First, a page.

Friday, March 26, 2010

Grandmaster Challenge!

Various milestones on the road to recovery from my accident have been marked by trips to the Marshall Chess Club. The earliest trips involved being taken to and from the club by someone from my area, using the ancient elevator to the second floor and requesting an assigned board. Eventually the need for an assigned board went away, and eventually I conquered the steps. At the end of January I decided I was agile enough on crutches to take a train to Grand Central and then get in a taxi and go down to the Marshall. In February I made the same trip again using a cane, but still in the cast. I was not crazy or stupid enough to attempt the subway on that trip.

A month later I'm ready to try the subway. I decided last Sunday would be a good time take my first subway ride since December 17th. I figure it was best to give it a try on a quiet Sunday morning when it shouldn't be too crowded. This way I could see how I manage with going up and down stairs and going through turnstiles without thousands of crazed commuters trying to race for their trains.

I managed fine on the way down to the club. Getting up and down the stairs was fine, and some nice guy gave me his seat. Contrary to belief, there are a few gentlemen left in New York who will give their seat to a lady with a cane. I didn't even have to shoot him dirty looks or glare at him. Once I got off the train, there was still the walk down to the club. The walk has never been a big deal for me before. There have been times I've made it from the club to the subway in under 10 minutes. Today was not one of those days. I took my time, and shot some photos on the way down.



Union Square.
Where is everyone on this beautiful sunny Sunday?

The chess scene in Union Square park is much smaller and mellower then Washington Square Park. In Union Square people bring their own tables chairs for their games. I've never seen more then about 3 tables set up at any given time. Action was pretty slow. Only two games were going on. One guy was waiting for a victim, I mean opponent. I wasn't going to volunteer my services.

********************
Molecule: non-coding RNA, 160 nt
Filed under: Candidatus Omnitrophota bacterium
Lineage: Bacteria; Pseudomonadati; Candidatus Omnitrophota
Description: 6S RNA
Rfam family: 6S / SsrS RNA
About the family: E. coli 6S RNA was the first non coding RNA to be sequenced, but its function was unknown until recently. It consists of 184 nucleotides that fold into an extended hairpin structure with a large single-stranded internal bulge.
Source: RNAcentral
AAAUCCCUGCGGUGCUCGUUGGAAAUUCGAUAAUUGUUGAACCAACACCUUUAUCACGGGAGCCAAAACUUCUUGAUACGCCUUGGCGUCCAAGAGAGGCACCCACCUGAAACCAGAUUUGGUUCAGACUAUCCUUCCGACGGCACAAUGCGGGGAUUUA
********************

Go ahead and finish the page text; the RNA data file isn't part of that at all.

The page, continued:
I stopped on Fifth Avenue to take pictures of one the old churches in Greenwich Village. I was having some fun playing around with the composition using the wrought iron fence for framing.





After two times directing the Grandmaster Challenge at the Marshall, I decided I would actually play in it. It's a crazy tournament with various entry fees dependent on title or age. There are also all sorts of different prizes that from a director's point of view can be a headache to figure out. The junior prize for top scoring player under 16 years old is equal to winner's age times three. The senior prize for players 55 and over is equal to the winner's age. There's also a woman's prize equal to total entries. Then there are the normal overall and class prizes. All of these prizes are guaranteed thanks to the generosity of the tournament's creator and patron, Yevgeni Margulis.

Margulis' idea behind the tournament was to make it attractive for Grandmasters to play, and to also encourage juniors and seniors to play. Grandmasters enter for free but have $25 taken from their prize if they win something. There's $975 of guaranteed place money and an additional $325 in class prizes starting at under 2400 down to under 1800. He's also offering a $500 class prize to top over 2800 and $250 for top over 2700. He's yet to have to pay those prizes. In addition to the prizes he has a buffet of Russian food during the day. He also gives out boxes of chocolate for any 3-0 at the half way point. He also does very challenging trivia questions. The one who correctly answers the really hard one wins a Chronos Blitz clock.